The next is actually just a few expressions I use for controlling blend shapes and the external face control rig. The reason I made the face control expression was so that I could easily control a joint with multiple controls. The blend shape expression was made because I’ve had to export and reimport my blend shapes a few times and I didn’t ware-import-key every blend shape individually. Also, when I bring in a new character, it will be easy to transfer the blend shapes over to the new geometry. I currently have 26 blend shapes, so this has saved a lot of time, and it’s much easier to debug.
The last script is the baking animation script. Before a rig gets sent to Unreal, I need to bake the joints and blend shapes, then strip out the control rig that won’t be used anymore in Unreal. Selecting all of the joints, baking them, etc, took a while. So this script allows me to select the chosen bones and blend shapes, the chosen meshes to export, and the “junk” stuff. It bakes the bones and blend shapes, deletes the “junk” then exports the mesh to a chosen folder after prompting for a name of the fbx file. There’s also an option to re-open the file with all of its joints returned to a pre-bake state so that I can then send out another different animation from the same file.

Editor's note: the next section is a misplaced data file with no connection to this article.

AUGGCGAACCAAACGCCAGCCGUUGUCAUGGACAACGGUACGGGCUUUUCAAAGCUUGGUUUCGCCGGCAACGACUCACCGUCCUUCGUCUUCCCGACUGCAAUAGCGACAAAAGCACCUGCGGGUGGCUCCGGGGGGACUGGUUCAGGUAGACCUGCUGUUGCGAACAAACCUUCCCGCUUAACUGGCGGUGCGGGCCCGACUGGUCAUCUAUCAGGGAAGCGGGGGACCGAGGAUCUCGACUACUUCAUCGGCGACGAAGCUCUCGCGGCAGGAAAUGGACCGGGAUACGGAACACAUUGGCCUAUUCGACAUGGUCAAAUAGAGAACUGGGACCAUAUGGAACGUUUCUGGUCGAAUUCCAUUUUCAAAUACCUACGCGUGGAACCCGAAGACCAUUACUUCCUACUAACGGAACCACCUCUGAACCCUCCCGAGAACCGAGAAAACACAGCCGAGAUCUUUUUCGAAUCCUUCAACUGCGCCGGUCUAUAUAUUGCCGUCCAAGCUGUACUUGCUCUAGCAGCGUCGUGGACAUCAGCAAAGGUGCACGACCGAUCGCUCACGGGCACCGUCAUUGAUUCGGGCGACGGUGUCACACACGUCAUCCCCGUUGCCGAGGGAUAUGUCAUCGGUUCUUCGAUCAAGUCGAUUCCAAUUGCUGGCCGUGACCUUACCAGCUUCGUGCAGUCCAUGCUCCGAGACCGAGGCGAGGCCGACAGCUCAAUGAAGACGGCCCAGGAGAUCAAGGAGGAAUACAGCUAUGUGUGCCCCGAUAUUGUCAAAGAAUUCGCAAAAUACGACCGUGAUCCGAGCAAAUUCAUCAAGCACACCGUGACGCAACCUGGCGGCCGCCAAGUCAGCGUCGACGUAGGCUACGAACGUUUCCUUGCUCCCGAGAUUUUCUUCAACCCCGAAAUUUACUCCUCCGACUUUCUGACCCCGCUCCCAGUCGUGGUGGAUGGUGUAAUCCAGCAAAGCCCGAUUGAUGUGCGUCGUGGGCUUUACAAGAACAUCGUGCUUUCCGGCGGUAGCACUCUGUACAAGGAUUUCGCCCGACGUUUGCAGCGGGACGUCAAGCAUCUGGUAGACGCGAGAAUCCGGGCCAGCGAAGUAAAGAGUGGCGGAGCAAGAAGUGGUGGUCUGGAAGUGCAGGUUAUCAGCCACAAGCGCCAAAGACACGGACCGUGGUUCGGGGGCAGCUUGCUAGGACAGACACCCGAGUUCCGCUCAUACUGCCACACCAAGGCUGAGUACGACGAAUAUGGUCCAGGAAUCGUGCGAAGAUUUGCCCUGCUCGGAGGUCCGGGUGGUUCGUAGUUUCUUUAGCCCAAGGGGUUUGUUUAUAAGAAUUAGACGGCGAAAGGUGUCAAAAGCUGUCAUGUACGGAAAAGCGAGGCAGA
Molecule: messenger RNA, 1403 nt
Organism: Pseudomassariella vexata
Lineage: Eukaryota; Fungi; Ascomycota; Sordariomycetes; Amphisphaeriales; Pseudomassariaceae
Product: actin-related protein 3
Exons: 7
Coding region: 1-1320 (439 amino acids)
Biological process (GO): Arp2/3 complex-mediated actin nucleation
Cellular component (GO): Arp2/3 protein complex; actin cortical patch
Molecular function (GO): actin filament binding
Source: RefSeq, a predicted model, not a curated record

Hello again. I also had an update on the shaders. Particularly for the eyes. I couldn’t get all of the features that Unreal’s latest eye shader has because I wanted to use my own geometry. But I found a few workarounds so that the shader would at least work for the project.
I might include eye dilation, but it’s a little buggy at the moment. It also does not react to the light, I’m modifying a parameter in the shader by hand.